communication + non-communication

communication + non-communication
  ---- by Paul A. Taylor
  The key to Baudrillard's theory of communication is the notion of symbolic exchange, the idea that authentic communication requires a truly reciprocal interaction grounded in a cultural context that is capable of spontaneity and relationships based upon 'unbreakable bonds of reciprocity' (S) rather than the abstract, mediated signs that constitute pre-encoded categories designed to circulate within the socio-technological system of advanced capitalism - the 'totalitarian semiotic order' Baudrillard's work opposes.
  For Baudrillard, the notion that communication between two or more parties requires meaningful content has been supplanted in such a semiotic order by excessive emphasis upon the mere technical efficiency of the transmission rather than the content itself: 'The mass media are antimediatory and intransitive. They fabricate non-communication - this is what characterizes them' (CPS, 169). This results in a contemporary media society in which consumers/citizens have access to numerous technical forms of transmission that are labelled 'interactive' but which in fact reduce the act of communication to an essentially one-way process. The outcome is an ersatz form of communication that is a simulated, etiolated abstraction of more substantive, symbolic encounters.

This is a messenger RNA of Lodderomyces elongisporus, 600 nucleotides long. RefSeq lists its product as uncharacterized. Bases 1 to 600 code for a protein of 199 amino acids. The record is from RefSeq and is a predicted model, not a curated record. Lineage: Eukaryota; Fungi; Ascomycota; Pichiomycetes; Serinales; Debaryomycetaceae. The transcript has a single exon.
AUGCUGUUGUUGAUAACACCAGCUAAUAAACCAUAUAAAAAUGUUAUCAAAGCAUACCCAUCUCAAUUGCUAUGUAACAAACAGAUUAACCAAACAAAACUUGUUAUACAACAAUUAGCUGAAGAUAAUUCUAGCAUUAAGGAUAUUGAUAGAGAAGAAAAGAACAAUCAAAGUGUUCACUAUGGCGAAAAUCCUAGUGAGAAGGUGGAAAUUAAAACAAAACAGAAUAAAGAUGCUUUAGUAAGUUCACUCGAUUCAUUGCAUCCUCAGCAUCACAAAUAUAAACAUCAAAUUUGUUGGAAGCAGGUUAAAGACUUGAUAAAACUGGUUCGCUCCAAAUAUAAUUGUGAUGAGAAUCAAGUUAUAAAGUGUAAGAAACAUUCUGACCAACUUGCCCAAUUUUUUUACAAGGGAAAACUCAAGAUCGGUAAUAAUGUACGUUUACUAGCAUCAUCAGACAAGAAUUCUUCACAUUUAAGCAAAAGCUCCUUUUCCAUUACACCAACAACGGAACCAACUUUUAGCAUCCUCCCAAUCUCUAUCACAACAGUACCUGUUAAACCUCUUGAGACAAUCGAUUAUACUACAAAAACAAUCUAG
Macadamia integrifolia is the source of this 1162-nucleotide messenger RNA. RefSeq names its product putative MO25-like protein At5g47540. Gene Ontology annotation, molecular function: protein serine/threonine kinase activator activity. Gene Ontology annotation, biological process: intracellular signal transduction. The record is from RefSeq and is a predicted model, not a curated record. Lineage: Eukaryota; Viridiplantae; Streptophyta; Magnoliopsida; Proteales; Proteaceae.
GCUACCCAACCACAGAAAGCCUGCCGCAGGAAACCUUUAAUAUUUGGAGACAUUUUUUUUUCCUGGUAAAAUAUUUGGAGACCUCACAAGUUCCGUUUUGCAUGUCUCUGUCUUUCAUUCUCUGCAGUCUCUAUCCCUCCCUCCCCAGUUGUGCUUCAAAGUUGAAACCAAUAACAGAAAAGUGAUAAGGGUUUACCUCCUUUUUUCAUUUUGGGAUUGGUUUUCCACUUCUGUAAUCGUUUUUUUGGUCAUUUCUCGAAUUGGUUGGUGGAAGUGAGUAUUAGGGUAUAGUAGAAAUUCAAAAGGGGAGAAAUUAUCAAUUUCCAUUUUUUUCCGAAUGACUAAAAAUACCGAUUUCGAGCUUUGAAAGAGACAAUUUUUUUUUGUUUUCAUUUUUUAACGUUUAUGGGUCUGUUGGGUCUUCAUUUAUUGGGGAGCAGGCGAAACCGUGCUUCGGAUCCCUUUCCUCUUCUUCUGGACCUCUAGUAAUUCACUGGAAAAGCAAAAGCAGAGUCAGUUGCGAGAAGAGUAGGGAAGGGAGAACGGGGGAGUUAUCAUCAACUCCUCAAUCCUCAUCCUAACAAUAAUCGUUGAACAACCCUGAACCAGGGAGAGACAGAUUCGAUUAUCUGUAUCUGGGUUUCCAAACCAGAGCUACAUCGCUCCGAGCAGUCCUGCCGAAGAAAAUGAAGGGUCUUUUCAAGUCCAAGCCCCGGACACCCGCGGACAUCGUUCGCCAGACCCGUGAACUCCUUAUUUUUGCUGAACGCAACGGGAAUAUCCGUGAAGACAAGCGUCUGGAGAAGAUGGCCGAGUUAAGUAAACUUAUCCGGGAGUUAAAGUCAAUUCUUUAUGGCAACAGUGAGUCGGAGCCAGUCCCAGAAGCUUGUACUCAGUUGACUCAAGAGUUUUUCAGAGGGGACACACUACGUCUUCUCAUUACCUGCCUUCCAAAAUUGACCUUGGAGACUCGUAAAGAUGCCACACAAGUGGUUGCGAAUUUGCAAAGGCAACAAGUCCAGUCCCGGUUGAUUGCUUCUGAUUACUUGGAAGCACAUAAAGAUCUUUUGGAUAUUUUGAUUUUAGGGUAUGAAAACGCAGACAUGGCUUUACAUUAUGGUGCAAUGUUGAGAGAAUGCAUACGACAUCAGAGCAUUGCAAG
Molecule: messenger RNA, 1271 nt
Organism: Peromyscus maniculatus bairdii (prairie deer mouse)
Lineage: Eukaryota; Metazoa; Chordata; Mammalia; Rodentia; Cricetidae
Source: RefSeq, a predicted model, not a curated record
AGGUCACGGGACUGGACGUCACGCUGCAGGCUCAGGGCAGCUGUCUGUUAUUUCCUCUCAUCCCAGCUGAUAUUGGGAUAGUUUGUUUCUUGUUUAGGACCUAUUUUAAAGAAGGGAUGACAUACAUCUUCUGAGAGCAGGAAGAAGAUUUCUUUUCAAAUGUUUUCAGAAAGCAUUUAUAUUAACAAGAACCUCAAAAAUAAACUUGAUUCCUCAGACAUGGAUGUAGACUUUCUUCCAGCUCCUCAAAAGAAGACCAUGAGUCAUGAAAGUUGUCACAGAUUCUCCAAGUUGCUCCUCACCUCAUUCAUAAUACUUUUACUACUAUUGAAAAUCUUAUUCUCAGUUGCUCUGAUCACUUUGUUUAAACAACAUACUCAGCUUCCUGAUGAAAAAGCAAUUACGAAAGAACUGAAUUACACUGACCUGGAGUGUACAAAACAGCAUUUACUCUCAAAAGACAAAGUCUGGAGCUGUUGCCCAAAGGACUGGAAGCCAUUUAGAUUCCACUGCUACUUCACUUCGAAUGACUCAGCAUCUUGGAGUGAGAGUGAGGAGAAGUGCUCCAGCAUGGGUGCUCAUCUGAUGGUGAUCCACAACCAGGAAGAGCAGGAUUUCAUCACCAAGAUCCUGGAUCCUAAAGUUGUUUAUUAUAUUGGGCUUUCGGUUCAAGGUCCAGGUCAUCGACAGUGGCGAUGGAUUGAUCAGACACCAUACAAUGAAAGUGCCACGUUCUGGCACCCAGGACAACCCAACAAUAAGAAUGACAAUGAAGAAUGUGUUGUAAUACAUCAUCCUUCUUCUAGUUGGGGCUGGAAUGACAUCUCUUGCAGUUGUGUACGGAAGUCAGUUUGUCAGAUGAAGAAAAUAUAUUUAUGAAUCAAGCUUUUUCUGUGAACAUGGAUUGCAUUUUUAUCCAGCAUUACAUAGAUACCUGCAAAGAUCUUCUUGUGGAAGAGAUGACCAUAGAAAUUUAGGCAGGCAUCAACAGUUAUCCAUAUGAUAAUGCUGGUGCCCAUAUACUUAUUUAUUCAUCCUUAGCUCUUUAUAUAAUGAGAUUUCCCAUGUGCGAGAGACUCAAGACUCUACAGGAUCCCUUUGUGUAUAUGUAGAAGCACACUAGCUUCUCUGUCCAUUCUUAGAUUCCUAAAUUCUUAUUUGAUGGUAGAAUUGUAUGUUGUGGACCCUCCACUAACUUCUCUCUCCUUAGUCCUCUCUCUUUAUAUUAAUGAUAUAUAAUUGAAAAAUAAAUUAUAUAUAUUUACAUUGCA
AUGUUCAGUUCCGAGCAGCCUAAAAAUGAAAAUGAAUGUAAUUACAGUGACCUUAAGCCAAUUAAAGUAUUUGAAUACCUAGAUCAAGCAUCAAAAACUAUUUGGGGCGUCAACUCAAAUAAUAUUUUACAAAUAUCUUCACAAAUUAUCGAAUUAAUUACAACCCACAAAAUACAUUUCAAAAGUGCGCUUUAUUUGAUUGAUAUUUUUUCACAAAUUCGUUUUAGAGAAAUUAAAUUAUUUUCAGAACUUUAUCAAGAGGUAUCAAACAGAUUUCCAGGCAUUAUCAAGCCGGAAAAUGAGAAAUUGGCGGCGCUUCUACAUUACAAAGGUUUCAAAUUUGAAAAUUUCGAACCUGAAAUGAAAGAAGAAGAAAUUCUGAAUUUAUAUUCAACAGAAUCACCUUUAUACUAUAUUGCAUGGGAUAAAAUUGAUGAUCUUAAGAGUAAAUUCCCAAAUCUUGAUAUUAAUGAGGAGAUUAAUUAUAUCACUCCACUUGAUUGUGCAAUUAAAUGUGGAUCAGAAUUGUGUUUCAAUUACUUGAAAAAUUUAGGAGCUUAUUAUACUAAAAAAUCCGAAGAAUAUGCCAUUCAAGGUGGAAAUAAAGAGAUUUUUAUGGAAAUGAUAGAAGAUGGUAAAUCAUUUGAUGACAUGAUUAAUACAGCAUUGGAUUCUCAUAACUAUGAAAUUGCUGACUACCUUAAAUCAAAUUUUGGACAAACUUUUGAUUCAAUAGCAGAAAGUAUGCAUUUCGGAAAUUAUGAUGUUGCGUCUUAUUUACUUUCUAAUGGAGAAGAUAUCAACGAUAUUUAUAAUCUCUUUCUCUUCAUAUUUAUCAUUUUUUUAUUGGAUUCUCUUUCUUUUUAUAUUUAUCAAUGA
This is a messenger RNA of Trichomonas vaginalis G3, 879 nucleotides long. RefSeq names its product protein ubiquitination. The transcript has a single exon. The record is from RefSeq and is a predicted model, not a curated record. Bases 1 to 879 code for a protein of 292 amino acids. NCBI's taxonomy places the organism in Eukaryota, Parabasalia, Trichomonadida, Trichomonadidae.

We are all quite familiar with this immense process of simulation. Non-directive interviews, call-in shows, all-out participation - the extortion of speech: 'it concerns you, you are the majority, you are what is happening.' And the probing of opinions, hearts, minds, and the unconscious to show how much 'it' speaks. The news has been invaded by this phantom content, this homeopathic transplant, this waking dream of communication. A circular construction where one presents the audience with what it wants, an integrated circuit of perpetual solicitation. (S, 163)
  The mainstream's misapprehension of the essence of communication and its subsequent fetishisation of transmission and artefacts of transmission leads to an unwarranted glorification of the empowering and enabling qualities of new communicational technologies: 'As if owning a TV set or a camera inaugurated a new possibility of relationship and exchange. Strictly speaking, such cases are no more significant than the possession of a refrigerator or a toaster' (CPS, 171).